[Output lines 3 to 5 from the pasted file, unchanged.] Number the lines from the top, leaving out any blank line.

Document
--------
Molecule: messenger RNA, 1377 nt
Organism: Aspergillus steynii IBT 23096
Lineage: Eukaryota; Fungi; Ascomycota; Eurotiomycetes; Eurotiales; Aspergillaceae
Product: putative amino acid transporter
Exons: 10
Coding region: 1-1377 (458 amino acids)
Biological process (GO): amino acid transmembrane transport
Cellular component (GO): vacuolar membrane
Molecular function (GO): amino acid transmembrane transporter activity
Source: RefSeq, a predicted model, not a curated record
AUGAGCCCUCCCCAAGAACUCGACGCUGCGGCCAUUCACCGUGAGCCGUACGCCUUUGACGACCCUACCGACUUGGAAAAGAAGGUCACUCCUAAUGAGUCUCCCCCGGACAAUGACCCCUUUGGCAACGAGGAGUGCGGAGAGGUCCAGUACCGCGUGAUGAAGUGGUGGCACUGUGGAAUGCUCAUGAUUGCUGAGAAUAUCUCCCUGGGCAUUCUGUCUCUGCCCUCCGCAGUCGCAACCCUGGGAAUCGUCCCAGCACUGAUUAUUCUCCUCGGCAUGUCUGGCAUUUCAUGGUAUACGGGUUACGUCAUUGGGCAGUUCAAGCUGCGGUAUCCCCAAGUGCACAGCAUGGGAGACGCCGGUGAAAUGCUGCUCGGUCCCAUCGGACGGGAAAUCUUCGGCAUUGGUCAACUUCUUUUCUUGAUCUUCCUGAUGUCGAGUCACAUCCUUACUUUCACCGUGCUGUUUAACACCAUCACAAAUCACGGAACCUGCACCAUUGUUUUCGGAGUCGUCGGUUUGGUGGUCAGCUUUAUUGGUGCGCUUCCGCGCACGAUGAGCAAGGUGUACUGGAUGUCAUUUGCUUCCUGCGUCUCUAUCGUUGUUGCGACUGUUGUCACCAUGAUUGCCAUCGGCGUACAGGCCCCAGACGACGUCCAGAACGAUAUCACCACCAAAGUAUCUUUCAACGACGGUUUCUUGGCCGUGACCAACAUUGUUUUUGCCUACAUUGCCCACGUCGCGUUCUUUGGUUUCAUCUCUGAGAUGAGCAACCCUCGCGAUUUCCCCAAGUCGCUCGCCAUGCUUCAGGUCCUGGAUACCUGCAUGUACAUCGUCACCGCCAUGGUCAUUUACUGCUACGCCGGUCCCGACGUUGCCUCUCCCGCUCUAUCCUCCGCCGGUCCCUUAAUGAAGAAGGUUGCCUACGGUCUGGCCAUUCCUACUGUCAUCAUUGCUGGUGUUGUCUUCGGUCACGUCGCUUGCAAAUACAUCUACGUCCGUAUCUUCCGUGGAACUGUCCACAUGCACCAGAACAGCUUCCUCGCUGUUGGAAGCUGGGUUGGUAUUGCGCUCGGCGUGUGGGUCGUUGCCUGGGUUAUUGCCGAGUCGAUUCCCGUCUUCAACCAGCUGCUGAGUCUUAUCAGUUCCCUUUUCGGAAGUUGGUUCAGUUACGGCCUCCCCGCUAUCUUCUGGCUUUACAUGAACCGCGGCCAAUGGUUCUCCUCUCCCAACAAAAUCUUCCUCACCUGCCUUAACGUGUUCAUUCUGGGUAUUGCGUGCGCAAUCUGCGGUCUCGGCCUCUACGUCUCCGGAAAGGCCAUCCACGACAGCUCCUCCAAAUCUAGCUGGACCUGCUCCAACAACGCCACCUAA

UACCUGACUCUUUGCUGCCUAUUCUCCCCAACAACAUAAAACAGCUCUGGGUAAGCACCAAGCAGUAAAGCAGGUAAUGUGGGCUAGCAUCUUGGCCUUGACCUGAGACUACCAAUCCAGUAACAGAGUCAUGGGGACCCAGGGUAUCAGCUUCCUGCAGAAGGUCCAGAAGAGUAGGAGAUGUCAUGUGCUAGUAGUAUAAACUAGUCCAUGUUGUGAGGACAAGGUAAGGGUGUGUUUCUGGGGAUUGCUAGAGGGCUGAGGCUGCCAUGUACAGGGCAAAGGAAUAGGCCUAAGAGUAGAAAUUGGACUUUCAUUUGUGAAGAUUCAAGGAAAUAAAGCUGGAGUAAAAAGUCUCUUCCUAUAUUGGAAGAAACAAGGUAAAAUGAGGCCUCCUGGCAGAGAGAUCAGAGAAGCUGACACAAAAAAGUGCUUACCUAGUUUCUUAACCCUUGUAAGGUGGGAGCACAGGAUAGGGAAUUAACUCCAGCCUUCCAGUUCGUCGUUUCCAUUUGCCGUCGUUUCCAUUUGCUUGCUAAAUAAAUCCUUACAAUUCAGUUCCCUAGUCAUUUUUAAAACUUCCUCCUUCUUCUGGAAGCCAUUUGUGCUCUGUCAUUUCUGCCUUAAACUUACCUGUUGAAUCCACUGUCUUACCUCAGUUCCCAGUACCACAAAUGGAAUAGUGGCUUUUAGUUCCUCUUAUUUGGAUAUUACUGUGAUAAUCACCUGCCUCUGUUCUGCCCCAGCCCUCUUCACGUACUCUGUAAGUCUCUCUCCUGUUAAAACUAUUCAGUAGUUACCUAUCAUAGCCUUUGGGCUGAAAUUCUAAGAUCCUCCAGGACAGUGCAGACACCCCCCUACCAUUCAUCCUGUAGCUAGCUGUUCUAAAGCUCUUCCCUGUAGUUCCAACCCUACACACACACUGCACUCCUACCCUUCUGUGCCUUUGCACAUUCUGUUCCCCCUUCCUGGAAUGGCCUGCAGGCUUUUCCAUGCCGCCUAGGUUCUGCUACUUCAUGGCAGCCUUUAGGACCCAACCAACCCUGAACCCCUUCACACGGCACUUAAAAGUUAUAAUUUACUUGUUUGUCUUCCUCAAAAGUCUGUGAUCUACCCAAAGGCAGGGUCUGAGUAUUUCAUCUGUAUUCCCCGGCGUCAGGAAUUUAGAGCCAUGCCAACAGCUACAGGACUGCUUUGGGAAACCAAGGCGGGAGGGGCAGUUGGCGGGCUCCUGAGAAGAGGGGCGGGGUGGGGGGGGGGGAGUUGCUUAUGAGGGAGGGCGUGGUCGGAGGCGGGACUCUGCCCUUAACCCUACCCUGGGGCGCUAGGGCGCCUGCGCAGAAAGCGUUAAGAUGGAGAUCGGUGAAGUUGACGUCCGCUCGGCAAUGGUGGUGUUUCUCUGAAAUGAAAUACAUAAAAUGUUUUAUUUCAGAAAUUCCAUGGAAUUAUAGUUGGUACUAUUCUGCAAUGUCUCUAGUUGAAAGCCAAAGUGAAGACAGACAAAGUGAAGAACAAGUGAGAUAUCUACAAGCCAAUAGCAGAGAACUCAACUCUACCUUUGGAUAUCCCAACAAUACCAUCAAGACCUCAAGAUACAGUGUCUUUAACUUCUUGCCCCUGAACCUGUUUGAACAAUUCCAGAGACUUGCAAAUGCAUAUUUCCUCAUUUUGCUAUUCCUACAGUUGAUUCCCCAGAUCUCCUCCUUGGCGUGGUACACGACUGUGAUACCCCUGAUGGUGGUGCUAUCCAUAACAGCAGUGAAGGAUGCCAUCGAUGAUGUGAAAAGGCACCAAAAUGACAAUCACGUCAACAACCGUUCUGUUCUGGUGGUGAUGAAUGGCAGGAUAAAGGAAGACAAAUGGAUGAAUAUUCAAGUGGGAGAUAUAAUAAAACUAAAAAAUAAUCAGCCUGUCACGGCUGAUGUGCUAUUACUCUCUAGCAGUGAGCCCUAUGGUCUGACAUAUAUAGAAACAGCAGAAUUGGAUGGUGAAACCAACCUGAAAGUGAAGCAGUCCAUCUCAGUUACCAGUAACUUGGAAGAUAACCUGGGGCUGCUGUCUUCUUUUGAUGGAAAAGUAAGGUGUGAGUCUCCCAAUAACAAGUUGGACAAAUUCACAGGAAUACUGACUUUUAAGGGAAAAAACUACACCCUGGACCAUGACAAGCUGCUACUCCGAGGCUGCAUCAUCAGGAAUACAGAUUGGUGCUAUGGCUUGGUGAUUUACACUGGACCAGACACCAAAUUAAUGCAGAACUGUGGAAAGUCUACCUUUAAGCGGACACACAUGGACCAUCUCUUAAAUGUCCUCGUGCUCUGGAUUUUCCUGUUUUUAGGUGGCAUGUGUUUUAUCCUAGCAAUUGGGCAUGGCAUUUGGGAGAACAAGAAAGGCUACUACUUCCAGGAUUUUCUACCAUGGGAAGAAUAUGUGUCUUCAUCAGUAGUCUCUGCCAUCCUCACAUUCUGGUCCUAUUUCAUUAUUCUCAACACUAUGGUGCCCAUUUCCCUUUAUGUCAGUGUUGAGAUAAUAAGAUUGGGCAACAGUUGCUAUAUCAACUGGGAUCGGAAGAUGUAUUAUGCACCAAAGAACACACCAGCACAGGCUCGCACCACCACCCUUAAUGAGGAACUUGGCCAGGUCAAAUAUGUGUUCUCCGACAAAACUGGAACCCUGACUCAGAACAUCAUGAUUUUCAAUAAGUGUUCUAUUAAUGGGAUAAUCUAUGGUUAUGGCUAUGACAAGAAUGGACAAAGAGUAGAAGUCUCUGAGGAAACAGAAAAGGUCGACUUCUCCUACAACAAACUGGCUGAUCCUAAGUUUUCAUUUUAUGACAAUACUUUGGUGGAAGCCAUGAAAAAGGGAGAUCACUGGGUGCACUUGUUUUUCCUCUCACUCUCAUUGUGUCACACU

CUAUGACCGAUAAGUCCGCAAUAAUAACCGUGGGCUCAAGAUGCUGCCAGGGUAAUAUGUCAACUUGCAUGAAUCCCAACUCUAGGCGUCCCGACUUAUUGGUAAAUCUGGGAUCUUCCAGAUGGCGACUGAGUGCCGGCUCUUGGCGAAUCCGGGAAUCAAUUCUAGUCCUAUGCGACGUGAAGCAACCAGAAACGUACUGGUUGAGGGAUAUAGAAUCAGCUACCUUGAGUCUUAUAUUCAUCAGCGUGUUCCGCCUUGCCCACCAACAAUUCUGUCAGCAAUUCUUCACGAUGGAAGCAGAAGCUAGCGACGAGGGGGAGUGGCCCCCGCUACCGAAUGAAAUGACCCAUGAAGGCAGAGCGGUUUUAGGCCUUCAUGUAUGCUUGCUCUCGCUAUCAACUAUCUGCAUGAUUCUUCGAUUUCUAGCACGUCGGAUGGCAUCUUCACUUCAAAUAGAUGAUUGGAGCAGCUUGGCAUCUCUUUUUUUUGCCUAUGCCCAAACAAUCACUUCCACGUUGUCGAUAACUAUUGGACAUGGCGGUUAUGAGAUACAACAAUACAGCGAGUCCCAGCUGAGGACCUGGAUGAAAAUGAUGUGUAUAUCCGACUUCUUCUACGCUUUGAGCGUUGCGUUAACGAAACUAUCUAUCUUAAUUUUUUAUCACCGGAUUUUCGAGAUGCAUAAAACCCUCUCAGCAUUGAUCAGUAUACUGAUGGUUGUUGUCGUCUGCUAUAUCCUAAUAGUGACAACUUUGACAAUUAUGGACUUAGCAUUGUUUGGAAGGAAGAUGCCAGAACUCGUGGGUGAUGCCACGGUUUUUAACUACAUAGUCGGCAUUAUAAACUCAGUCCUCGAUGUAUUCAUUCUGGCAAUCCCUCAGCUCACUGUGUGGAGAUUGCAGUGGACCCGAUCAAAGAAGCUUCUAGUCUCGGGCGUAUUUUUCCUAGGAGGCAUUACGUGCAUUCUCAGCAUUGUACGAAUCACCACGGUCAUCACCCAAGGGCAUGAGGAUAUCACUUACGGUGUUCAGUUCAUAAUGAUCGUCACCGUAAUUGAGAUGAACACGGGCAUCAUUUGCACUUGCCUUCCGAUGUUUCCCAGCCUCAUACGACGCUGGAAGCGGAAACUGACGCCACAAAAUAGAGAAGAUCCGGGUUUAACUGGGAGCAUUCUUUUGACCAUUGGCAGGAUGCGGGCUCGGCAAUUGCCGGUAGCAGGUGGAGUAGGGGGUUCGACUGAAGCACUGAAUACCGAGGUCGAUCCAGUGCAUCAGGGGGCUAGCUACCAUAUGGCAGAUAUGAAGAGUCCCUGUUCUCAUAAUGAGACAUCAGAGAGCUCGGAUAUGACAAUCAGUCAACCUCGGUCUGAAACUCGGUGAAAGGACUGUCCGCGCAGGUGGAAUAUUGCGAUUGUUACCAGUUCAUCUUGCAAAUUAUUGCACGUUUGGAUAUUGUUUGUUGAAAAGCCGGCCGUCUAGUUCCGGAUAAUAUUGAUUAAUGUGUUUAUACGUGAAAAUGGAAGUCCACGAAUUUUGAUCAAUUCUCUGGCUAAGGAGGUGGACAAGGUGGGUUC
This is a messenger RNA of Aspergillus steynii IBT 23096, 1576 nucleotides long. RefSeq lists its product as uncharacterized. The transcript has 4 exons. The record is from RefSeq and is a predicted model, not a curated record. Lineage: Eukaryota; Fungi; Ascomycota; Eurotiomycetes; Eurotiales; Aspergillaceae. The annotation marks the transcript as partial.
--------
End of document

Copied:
Lineage: Eukaryota; Fungi; Ascomycota; Eurotiomycetes; Eurotiales; Aspergillaceae
Product: putative amino acid transporter
Exons: 10